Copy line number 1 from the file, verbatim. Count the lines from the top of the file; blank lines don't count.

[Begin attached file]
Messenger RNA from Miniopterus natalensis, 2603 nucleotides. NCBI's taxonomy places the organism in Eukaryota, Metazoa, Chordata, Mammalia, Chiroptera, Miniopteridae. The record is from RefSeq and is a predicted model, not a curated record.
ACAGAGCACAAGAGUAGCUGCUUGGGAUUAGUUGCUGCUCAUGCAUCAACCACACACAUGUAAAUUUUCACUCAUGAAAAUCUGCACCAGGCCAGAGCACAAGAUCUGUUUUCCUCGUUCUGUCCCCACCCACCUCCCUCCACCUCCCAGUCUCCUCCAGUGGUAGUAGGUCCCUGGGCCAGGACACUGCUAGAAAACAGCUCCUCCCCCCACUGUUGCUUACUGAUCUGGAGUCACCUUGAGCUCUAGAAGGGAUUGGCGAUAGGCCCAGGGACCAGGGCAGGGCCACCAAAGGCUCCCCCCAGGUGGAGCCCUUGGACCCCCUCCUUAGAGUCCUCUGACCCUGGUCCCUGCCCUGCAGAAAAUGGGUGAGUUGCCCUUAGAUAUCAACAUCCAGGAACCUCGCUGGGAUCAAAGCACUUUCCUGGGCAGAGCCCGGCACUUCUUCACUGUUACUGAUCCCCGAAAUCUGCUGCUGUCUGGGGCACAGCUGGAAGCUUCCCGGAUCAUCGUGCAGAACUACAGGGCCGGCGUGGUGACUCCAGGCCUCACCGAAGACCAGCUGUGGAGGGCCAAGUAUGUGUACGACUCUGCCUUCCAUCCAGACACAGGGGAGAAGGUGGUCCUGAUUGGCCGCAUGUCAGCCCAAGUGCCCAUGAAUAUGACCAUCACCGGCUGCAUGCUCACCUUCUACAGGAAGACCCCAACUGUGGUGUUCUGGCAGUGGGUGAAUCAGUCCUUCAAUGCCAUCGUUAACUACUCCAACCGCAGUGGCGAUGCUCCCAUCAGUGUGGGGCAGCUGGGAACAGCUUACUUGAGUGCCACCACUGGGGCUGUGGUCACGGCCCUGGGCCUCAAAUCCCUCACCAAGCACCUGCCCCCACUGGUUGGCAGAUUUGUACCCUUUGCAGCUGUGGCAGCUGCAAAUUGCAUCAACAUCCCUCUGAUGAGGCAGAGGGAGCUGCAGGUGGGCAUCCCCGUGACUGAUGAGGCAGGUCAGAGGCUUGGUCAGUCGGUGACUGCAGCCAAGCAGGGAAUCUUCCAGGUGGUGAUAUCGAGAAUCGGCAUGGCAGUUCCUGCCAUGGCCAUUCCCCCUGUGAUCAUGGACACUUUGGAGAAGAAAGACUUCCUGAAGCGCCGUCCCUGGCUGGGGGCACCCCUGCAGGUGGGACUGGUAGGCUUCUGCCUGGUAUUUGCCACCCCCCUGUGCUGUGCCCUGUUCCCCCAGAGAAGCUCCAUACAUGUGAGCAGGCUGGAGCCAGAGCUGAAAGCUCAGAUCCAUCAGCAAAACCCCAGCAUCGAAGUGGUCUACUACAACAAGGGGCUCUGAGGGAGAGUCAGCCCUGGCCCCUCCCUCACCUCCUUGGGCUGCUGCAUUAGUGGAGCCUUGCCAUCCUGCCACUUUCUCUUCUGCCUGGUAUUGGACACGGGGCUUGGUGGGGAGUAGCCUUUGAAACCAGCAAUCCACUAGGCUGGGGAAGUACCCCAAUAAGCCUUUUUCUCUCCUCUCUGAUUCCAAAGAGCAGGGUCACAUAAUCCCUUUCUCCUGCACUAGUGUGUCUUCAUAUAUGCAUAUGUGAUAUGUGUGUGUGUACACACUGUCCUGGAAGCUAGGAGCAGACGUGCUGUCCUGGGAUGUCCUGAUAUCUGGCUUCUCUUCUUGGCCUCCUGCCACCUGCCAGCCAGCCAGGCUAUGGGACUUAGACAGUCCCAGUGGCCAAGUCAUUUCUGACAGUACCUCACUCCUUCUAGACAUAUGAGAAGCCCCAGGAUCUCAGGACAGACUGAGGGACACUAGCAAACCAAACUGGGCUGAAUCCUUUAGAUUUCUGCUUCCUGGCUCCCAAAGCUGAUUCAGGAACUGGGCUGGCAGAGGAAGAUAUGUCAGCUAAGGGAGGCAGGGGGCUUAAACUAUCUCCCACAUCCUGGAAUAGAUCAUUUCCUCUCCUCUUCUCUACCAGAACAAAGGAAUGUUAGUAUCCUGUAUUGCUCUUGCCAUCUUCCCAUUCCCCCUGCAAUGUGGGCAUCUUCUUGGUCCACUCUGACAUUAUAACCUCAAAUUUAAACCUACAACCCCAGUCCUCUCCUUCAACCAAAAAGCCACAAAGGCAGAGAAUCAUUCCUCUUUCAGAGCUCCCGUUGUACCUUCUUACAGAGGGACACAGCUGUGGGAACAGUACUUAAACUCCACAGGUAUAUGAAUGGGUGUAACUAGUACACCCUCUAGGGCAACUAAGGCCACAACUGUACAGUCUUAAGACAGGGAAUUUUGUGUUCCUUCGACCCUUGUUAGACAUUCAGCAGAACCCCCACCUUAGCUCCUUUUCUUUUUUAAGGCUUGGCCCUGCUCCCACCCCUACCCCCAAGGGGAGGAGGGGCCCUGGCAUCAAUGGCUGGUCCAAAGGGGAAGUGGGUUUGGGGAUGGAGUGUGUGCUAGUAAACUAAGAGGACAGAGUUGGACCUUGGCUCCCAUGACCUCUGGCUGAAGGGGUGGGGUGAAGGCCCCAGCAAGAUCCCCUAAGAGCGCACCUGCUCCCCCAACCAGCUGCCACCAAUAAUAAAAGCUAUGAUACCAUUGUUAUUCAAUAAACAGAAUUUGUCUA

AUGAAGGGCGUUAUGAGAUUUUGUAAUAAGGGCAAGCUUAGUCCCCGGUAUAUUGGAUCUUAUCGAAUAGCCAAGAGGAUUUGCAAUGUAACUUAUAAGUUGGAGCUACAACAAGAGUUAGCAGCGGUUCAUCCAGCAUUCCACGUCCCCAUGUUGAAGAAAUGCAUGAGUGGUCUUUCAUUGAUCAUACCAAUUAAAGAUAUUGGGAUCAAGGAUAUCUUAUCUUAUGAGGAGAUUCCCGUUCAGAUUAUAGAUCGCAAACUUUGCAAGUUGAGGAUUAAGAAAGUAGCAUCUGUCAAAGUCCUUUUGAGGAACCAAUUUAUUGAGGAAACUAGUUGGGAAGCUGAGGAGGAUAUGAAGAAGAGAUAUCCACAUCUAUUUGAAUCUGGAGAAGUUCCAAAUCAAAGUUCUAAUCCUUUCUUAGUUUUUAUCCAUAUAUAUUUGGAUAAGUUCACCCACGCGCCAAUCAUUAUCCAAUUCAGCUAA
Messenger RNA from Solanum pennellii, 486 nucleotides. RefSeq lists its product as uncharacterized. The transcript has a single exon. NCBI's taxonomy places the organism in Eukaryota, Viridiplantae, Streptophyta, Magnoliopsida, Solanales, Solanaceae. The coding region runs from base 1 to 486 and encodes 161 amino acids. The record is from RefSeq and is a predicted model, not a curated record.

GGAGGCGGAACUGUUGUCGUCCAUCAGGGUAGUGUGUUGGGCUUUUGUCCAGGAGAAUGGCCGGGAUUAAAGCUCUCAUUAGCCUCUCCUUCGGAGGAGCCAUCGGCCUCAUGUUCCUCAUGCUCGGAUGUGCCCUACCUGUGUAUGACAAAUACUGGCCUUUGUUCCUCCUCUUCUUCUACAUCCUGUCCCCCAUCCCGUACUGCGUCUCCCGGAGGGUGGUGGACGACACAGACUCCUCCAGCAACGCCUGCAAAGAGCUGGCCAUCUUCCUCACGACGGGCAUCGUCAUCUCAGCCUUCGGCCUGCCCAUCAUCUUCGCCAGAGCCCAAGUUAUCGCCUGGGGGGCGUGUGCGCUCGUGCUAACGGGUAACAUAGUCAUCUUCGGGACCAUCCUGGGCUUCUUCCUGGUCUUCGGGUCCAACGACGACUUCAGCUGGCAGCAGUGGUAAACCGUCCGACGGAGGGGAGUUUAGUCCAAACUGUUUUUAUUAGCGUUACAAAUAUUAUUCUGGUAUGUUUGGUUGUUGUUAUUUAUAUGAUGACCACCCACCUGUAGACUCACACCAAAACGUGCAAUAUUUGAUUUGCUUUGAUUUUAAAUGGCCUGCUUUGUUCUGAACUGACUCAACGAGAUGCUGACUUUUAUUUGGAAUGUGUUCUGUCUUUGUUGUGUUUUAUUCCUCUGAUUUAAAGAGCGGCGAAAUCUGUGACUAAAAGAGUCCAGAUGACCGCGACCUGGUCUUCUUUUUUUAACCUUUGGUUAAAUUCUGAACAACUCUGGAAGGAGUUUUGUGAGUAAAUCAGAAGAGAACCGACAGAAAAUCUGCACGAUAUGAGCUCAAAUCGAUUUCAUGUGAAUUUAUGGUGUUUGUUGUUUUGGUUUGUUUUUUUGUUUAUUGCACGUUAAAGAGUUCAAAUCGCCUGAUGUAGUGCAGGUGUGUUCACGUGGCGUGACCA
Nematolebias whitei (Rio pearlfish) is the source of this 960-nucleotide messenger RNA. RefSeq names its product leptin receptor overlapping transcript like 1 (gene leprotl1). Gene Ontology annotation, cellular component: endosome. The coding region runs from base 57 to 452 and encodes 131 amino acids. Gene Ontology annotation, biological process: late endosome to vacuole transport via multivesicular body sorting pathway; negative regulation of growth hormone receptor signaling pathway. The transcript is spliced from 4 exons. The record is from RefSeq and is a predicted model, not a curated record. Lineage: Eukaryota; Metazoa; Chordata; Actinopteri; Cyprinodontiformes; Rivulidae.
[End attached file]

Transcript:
Messenger RNA from Miniopterus natalensis, 2603 nucleotides. NCBI's taxonomy places the organism in Eukaryota, Metazoa, Chordata, Mammalia, Chiroptera, Miniopteridae. The record is from RefSeq and is a predicted model, not a curated record.